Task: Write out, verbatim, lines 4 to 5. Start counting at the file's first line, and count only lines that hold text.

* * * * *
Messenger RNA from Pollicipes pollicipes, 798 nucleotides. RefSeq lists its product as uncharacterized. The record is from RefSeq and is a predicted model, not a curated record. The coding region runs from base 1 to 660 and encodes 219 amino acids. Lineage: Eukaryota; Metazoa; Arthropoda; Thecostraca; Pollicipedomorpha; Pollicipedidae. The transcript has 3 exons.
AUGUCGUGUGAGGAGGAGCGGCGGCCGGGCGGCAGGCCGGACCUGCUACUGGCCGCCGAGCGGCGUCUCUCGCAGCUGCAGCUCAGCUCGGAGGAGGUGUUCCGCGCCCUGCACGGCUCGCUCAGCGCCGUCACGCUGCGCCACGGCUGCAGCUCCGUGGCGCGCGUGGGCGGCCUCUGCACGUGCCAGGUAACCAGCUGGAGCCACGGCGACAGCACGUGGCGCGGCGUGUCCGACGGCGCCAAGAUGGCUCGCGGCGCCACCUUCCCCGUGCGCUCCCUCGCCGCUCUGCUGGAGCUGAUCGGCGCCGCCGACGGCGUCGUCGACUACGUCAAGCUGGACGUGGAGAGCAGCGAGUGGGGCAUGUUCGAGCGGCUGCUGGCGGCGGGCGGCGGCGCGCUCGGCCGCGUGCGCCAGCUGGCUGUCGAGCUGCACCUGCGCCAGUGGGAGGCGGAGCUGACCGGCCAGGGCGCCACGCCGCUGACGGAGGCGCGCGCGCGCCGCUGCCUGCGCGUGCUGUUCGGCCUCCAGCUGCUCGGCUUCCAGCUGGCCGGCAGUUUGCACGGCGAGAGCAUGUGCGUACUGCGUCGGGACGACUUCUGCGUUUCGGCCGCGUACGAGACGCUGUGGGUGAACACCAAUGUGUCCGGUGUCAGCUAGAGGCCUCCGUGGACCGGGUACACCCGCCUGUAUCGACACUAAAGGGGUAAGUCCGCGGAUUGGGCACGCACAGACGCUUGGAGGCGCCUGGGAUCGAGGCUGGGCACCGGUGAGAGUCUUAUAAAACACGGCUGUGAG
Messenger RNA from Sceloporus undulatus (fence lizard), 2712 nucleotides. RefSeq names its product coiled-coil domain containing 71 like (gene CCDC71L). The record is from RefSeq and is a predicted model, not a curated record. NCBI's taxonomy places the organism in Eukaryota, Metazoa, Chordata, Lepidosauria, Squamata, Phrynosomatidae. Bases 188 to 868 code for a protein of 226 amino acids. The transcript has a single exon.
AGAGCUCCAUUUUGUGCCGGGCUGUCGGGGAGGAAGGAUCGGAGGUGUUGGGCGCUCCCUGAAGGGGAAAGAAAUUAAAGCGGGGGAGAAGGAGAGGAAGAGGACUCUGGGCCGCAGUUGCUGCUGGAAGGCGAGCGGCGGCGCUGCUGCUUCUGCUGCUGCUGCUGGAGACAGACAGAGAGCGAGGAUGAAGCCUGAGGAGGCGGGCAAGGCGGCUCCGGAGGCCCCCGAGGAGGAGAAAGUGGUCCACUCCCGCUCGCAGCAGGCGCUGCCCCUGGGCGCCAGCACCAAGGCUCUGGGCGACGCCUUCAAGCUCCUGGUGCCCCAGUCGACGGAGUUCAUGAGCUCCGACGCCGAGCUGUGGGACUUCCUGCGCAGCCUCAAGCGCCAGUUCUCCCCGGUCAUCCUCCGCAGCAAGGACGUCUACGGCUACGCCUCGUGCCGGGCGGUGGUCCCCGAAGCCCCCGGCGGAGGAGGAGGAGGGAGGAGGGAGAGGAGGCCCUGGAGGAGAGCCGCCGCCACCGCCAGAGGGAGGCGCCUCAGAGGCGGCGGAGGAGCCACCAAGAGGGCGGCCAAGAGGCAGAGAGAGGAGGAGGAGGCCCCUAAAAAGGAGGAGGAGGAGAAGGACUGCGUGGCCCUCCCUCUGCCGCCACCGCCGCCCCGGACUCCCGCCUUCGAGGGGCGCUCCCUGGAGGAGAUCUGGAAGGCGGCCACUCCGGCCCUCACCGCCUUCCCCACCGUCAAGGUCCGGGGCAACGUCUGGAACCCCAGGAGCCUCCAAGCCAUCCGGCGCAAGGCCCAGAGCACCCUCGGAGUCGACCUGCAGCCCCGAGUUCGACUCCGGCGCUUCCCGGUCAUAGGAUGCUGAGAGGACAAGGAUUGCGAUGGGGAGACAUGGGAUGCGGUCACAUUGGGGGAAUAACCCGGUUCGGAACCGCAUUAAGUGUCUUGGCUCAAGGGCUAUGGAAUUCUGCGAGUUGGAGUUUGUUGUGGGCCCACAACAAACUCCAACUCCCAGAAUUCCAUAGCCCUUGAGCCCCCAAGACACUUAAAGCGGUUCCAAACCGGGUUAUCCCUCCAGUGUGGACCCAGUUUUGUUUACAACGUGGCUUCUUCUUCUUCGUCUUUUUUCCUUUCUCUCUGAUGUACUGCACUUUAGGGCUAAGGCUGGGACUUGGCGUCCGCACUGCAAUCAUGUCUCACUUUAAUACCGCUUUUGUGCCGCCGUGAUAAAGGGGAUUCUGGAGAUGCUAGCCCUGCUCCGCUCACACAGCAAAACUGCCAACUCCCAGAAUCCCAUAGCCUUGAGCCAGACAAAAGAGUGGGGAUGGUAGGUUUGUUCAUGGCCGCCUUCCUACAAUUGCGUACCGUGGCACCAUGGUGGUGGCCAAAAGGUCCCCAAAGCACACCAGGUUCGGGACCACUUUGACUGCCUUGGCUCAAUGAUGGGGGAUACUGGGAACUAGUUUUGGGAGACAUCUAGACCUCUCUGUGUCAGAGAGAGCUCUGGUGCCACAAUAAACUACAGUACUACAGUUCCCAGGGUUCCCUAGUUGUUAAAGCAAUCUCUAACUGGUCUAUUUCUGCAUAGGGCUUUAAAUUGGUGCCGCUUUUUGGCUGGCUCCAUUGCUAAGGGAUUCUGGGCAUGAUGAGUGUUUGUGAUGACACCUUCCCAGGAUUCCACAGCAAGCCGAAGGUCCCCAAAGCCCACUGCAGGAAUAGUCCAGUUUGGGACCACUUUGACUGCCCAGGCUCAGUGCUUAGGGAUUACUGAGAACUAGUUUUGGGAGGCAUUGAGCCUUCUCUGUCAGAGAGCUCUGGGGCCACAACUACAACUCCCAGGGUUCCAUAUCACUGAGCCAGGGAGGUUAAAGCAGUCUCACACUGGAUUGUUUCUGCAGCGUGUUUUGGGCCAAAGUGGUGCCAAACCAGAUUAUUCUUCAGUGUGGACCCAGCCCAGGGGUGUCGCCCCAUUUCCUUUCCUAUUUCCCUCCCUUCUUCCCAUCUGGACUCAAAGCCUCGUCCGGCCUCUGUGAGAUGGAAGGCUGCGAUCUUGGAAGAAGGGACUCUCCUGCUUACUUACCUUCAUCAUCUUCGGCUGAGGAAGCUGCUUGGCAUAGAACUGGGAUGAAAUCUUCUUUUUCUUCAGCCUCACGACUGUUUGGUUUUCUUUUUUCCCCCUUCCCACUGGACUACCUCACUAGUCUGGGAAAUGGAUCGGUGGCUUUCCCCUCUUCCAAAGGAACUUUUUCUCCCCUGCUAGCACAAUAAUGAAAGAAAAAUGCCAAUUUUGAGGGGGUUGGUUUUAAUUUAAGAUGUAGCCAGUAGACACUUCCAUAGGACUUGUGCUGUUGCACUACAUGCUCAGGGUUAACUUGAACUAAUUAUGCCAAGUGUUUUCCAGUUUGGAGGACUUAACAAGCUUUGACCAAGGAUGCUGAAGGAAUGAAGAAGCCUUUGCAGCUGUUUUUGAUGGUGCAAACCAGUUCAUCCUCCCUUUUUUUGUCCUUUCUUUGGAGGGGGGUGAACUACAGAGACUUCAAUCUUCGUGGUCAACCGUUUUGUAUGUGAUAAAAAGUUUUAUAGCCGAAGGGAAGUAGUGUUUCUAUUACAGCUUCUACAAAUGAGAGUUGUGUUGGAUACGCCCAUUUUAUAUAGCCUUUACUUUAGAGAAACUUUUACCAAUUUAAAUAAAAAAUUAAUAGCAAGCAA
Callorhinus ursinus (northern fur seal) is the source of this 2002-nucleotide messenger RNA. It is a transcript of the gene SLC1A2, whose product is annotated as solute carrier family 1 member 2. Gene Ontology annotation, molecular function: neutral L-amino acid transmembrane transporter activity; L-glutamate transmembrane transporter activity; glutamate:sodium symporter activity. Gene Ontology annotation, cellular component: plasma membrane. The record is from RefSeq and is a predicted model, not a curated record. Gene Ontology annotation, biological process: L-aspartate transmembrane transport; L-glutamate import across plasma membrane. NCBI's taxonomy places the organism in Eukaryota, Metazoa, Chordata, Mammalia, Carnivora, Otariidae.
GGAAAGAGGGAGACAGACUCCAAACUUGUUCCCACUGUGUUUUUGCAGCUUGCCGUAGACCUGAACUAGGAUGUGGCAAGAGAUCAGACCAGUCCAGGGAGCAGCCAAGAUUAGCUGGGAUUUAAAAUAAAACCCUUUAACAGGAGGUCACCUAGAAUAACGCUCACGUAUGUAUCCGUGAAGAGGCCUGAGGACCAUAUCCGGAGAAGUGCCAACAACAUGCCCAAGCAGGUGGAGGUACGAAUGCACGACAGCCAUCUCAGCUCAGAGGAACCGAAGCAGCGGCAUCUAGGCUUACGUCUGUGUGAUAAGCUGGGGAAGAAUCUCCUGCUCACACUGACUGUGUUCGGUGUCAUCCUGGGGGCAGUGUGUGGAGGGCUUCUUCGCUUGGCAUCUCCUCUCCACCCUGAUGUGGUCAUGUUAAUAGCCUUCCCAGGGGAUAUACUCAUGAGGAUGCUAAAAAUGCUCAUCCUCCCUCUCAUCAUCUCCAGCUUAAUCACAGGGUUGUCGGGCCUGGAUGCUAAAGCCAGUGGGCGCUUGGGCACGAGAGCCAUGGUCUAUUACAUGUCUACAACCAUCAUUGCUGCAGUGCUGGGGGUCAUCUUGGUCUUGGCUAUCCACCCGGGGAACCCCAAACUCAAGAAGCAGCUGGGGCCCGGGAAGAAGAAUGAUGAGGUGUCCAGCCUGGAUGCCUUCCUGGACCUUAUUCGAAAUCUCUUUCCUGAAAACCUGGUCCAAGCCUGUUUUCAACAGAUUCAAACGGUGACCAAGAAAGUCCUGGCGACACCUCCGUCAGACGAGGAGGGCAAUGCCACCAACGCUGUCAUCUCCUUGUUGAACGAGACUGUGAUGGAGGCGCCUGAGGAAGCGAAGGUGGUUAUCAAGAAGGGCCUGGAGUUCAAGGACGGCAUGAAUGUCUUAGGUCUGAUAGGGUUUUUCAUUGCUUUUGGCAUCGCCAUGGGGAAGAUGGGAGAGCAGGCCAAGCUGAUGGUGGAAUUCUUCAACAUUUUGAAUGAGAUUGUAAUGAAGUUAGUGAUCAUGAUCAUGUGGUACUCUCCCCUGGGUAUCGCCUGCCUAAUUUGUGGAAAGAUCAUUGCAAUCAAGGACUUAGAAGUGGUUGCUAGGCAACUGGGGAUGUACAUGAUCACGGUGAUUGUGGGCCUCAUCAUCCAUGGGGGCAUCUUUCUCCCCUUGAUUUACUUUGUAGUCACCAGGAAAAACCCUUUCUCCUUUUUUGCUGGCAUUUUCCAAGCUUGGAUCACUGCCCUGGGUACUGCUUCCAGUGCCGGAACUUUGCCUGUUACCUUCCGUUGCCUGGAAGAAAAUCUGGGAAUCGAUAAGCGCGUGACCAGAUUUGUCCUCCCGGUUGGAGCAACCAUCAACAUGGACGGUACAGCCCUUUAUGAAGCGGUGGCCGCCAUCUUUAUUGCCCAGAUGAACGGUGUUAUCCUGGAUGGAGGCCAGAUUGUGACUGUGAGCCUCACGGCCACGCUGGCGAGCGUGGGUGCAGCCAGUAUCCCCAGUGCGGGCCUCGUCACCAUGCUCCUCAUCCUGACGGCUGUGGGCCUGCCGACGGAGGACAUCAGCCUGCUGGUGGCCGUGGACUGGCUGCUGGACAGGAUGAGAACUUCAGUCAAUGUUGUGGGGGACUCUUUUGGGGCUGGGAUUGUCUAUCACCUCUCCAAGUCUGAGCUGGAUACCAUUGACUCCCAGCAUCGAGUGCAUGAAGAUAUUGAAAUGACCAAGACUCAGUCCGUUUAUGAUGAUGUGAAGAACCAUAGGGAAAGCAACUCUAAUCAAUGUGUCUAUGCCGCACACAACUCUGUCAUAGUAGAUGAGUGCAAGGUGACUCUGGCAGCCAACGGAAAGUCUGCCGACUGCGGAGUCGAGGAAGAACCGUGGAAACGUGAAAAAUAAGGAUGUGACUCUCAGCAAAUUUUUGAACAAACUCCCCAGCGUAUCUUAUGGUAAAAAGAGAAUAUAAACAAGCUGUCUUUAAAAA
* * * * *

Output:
AGAGCUCCAUUUUGUGCCGGGCUGUCGGGGAGGAAGGAUCGGAGGUGUUGGGCGCUCCCUGAAGGGGAAAGAAAUUAAAGCGGGGGAGAAGGAGAGGAAGAGGACUCUGGGCCGCAGUUGCUGCUGGAAGGCGAGCGGCGGCGCUGCUGCUUCUGCUGCUGCUGCUGGAGACAGACAGAGAGCGAGGAUGAAGCCUGAGGAGGCGGGCAAGGCGGCUCCGGAGGCCCCCGAGGAGGAGAAAGUGGUCCACUCCCGCUCGCAGCAGGCGCUGCCCCUGGGCGCCAGCACCAAGGCUCUGGGCGACGCCUUCAAGCUCCUGGUGCCCCAGUCGACGGAGUUCAUGAGCUCCGACGCCGAGCUGUGGGACUUCCUGCGCAGCCUCAAGCGCCAGUUCUCCCCGGUCAUCCUCCGCAGCAAGGACGUCUACGGCUACGCCUCGUGCCGGGCGGUGGUCCCCGAAGCCCCCGGCGGAGGAGGAGGAGGGAGGAGGGAGAGGAGGCCCUGGAGGAGAGCCGCCGCCACCGCCAGAGGGAGGCGCCUCAGAGGCGGCGGAGGAGCCACCAAGAGGGCGGCCAAGAGGCAGAGAGAGGAGGAGGAGGCCCCUAAAAAGGAGGAGGAGGAGAAGGACUGCGUGGCCCUCCCUCUGCCGCCACCGCCGCCCCGGACUCCCGCCUUCGAGGGGCGCUCCCUGGAGGAGAUCUGGAAGGCGGCCACUCCGGCCCUCACCGCCUUCCCCACCGUCAAGGUCCGGGGCAACGUCUGGAACCCCAGGAGCCUCCAAGCCAUCCGGCGCAAGGCCCAGAGCACCCUCGGAGUCGACCUGCAGCCCCGAGUUCGACUCCGGCGCUUCCCGGUCAUAGGAUGCUGAGAGGACAAGGAUUGCGAUGGGGAGACAUGGGAUGCGGUCACAUUGGGGGAAUAACCCGGUUCGGAACCGCAUUAAGUGUCUUGGCUCAAGGGCUAUGGAAUUCUGCGAGUUGGAGUUUGUUGUGGGCCCACAACAAACUCCAACUCCCAGAAUUCCAUAGCCCUUGAGCCCCCAAGACACUUAAAGCGGUUCCAAACCGGGUUAUCCCUCCAGUGUGGACCCAGUUUUGUUUACAACGUGGCUUCUUCUUCUUCGUCUUUUUUCCUUUCUCUCUGAUGUACUGCACUUUAGGGCUAAGGCUGGGACUUGGCGUCCGCACUGCAAUCAUGUCUCACUUUAAUACCGCUUUUGUGCCGCCGUGAUAAAGGGGAUUCUGGAGAUGCUAGCCCUGCUCCGCUCACACAGCAAAACUGCCAACUCCCAGAAUCCCAUAGCCUUGAGCCAGACAAAAGAGUGGGGAUGGUAGGUUUGUUCAUGGCCGCCUUCCUACAAUUGCGUACCGUGGCACCAUGGUGGUGGCCAAAAGGUCCCCAAAGCACACCAGGUUCGGGACCACUUUGACUGCCUUGGCUCAAUGAUGGGGGAUACUGGGAACUAGUUUUGGGAGACAUCUAGACCUCUCUGUGUCAGAGAGAGCUCUGGUGCCACAAUAAACUACAGUACUACAGUUCCCAGGGUUCCCUAGUUGUUAAAGCAAUCUCUAACUGGUCUAUUUCUGCAUAGGGCUUUAAAUUGGUGCCGCUUUUUGGCUGGCUCCAUUGCUAAGGGAUUCUGGGCAUGAUGAGUGUUUGUGAUGACACCUUCCCAGGAUUCCACAGCAAGCCGAAGGUCCCCAAAGCCCACUGCAGGAAUAGUCCAGUUUGGGACCACUUUGACUGCCCAGGCUCAGUGCUUAGGGAUUACUGAGAACUAGUUUUGGGAGGCAUUGAGCCUUCUCUGUCAGAGAGCUCUGGGGCCACAACUACAACUCCCAGGGUUCCAUAUCACUGAGCCAGGGAGGUUAAAGCAGUCUCACACUGGAUUGUUUCUGCAGCGUGUUUUGGGCCAAAGUGGUGCCAAACCAGAUUAUUCUUCAGUGUGGACCCAGCCCAGGGGUGUCGCCCCAUUUCCUUUCCUAUUUCCCUCCCUUCUUCCCAUCUGGACUCAAAGCCUCGUCCGGCCUCUGUGAGAUGGAAGGCUGCGAUCUUGGAAGAAGGGACUCUCCUGCUUACUUACCUUCAUCAUCUUCGGCUGAGGAAGCUGCUUGGCAUAGAACUGGGAUGAAAUCUUCUUUUUCUUCAGCCUCACGACUGUUUGGUUUUCUUUUUUCCCCCUUCCCACUGGACUACCUCACUAGUCUGGGAAAUGGAUCGGUGGCUUUCCCCUCUUCCAAAGGAACUUUUUCUCCCCUGCUAGCACAAUAAUGAAAGAAAAAUGCCAAUUUUGAGGGGGUUGGUUUUAAUUUAAGAUGUAGCCAGUAGACACUUCCAUAGGACUUGUGCUGUUGCACUACAUGCUCAGGGUUAACUUGAACUAAUUAUGCCAAGUGUUUUCCAGUUUGGAGGACUUAACAAGCUUUGACCAAGGAUGCUGAAGGAAUGAAGAAGCCUUUGCAGCUGUUUUUGAUGGUGCAAACCAGUUCAUCCUCCCUUUUUUUGUCCUUUCUUUGGAGGGGGGUGAACUACAGAGACUUCAAUCUUCGUGGUCAACCGUUUUGUAUGUGAUAAAAAGUUUUAUAGCCGAAGGGAAGUAGUGUUUCUAUUACAGCUUCUACAAAUGAGAGUUGUGUUGGAUACGCCCAUUUUAUAUAGCCUUUACUUUAGAGAAACUUUUACCAAUUUAAAUAAAAAAUUAAUAGCAAGCAA
Callorhinus ursinus (northern fur seal) is the source of this 2002-nucleotide messenger RNA. It is a transcript of the gene SLC1A2, whose product is annotated as solute carrier family 1 member 2. Gene Ontology annotation, molecular function: neutral L-amino acid transmembrane transporter activity; L-glutamate transmembrane transporter activity; glutamate:sodium symporter activity. Gene Ontology annotation, cellular component: plasma membrane. The record is from RefSeq and is a predicted model, not a curated record. Gene Ontology annotation, biological process: L-aspartate transmembrane transport; L-glutamate import across plasma membrane. NCBI's taxonomy places the organism in Eukaryota, Metazoa, Chordata, Mammalia, Carnivora, Otariidae.